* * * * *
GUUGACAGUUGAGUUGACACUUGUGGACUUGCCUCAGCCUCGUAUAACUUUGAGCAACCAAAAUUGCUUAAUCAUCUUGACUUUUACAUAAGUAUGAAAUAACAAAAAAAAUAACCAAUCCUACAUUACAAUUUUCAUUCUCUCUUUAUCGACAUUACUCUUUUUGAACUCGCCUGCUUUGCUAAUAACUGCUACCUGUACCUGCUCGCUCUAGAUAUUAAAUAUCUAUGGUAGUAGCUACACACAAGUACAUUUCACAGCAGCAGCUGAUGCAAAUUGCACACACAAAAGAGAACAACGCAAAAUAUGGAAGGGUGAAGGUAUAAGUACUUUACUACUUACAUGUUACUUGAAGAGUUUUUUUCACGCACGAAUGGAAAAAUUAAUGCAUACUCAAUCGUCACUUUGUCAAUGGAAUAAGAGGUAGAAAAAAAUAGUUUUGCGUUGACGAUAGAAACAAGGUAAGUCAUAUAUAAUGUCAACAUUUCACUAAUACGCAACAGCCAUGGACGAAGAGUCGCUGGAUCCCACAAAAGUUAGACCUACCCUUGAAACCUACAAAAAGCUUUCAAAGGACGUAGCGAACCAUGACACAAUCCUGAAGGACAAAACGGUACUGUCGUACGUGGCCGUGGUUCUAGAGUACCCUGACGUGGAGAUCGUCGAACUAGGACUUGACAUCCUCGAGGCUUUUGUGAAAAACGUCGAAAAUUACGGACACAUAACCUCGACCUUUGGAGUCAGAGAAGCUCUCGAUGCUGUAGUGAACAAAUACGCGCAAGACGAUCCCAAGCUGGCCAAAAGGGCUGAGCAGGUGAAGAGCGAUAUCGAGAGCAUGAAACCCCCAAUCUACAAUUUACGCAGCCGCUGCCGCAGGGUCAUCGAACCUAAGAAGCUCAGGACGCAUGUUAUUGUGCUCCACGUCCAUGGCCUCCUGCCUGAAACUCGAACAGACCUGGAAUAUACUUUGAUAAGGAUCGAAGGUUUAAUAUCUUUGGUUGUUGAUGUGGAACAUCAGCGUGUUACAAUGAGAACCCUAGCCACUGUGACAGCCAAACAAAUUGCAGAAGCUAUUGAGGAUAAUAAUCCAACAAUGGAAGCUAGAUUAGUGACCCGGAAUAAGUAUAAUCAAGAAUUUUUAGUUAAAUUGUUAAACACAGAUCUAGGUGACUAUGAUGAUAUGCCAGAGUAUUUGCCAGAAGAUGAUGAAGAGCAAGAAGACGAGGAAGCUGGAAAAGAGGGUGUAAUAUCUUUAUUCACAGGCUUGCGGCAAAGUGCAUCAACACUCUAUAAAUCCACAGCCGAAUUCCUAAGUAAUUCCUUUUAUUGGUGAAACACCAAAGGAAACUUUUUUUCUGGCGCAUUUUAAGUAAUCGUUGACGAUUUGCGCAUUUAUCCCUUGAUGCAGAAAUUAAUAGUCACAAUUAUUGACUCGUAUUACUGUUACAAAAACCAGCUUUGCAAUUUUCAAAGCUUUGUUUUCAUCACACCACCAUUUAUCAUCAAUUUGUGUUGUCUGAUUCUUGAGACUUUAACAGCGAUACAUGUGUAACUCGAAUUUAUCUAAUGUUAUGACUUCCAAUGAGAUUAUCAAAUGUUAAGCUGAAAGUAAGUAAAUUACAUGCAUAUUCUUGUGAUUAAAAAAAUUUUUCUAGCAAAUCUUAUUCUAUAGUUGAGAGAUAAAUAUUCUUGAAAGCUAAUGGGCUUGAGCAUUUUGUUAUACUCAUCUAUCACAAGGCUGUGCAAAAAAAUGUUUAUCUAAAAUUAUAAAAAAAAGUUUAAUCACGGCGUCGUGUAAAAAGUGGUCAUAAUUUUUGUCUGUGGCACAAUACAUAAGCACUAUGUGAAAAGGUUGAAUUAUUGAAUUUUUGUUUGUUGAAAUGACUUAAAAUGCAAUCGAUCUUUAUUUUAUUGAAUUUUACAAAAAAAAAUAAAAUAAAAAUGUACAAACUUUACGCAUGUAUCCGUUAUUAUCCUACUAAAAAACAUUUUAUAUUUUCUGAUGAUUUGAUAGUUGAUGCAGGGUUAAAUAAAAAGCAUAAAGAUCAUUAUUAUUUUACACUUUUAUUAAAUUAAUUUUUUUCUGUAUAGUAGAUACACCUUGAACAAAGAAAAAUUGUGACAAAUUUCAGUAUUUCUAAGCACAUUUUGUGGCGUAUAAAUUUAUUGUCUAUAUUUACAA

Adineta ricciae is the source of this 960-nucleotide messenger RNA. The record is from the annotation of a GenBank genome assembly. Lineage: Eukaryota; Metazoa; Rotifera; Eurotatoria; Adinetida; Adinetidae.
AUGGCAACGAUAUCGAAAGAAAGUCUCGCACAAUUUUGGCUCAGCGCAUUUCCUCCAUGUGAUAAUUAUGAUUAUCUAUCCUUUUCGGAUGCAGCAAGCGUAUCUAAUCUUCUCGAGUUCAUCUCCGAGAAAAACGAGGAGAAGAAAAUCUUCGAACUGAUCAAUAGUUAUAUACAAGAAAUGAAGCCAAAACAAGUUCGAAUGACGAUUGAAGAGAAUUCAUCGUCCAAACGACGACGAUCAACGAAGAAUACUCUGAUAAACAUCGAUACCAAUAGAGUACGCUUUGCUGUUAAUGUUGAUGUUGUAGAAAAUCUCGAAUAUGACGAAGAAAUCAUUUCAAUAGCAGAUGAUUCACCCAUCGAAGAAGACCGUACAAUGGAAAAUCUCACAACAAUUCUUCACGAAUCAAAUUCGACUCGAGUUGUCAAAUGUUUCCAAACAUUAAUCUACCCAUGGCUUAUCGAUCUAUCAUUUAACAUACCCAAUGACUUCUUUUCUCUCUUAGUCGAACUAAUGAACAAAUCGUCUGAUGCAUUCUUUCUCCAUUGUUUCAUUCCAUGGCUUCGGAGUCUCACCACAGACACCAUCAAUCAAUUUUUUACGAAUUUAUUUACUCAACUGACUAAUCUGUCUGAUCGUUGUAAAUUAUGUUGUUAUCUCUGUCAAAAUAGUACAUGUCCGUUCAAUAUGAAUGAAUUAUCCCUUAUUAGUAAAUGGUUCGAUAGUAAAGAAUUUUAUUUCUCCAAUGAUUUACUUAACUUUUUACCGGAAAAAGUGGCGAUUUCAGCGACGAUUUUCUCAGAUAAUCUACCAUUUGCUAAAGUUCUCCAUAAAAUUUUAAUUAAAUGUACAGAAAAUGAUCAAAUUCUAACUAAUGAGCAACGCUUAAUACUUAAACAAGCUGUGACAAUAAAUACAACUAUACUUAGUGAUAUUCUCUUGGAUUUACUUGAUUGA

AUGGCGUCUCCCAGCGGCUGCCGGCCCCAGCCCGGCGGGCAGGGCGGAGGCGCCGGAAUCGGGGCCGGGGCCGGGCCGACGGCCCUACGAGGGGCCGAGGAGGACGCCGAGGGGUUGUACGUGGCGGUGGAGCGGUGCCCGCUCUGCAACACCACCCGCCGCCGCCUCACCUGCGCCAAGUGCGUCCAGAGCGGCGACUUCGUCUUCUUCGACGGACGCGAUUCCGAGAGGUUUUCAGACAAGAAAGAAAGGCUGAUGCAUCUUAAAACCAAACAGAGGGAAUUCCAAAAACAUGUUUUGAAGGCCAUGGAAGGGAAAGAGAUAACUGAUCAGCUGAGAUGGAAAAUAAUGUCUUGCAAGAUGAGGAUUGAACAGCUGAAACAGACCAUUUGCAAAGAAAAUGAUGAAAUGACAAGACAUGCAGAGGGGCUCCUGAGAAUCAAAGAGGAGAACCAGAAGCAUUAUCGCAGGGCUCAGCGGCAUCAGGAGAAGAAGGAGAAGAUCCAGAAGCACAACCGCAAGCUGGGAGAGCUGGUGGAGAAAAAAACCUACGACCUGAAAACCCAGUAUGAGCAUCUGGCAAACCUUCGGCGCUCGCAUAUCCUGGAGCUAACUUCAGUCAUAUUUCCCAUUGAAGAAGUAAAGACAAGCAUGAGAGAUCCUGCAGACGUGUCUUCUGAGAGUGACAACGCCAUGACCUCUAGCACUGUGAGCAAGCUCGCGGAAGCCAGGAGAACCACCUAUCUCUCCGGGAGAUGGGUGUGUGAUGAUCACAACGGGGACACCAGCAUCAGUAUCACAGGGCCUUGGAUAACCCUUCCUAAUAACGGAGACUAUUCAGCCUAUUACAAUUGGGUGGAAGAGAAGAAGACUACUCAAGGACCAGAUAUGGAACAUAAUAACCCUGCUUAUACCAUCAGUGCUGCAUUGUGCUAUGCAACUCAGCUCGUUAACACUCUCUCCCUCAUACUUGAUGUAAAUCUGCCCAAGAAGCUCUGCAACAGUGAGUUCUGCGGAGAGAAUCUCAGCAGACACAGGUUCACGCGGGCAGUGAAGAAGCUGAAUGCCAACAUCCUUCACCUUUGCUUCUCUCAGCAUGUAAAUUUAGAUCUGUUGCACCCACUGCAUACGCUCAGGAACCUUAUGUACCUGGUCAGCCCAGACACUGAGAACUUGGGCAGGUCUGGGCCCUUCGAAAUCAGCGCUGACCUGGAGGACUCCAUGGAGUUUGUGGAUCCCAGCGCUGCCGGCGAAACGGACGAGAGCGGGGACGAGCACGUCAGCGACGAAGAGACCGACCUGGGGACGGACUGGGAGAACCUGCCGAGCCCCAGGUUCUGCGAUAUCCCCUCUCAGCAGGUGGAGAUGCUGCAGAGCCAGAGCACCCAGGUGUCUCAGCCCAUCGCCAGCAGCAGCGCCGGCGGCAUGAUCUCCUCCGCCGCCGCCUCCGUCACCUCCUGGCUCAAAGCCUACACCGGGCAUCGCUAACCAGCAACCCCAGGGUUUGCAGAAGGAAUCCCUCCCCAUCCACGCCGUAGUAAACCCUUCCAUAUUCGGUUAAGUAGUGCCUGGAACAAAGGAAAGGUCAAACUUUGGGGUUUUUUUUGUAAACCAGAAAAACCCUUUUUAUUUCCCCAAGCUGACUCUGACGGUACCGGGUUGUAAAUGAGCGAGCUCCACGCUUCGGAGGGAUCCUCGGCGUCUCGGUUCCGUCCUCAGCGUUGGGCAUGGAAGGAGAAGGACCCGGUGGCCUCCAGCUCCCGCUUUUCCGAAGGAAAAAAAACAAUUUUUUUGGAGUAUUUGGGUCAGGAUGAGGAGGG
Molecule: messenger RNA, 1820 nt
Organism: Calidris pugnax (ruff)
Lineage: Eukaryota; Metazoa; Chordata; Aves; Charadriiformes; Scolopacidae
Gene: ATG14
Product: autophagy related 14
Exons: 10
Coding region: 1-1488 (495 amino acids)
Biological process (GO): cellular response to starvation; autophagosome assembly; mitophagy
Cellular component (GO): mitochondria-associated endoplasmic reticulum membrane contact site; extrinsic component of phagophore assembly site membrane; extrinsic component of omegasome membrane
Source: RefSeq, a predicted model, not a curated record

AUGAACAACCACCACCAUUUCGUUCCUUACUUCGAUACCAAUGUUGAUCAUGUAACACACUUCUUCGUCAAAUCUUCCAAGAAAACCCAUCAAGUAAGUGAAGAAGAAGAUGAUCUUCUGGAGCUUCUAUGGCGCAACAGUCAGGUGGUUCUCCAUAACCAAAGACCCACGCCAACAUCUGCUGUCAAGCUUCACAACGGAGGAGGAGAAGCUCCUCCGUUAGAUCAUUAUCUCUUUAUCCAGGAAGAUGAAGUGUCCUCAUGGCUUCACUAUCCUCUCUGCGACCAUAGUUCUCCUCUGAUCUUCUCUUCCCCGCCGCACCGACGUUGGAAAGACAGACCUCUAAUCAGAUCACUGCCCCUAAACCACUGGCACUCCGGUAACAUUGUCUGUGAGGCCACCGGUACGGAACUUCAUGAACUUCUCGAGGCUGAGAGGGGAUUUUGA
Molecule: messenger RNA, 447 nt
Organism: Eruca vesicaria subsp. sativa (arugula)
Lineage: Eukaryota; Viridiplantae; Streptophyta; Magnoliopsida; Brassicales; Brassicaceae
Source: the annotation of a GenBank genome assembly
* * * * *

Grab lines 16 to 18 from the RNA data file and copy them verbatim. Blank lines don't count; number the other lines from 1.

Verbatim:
Molecule: messenger RNA, 447 nt
Organism: Eruca vesicaria subsp. sativa (arugula)
Lineage: Eukaryota; Viridiplantae; Streptophyta; Magnoliopsida; Brassicales; Brassicaceae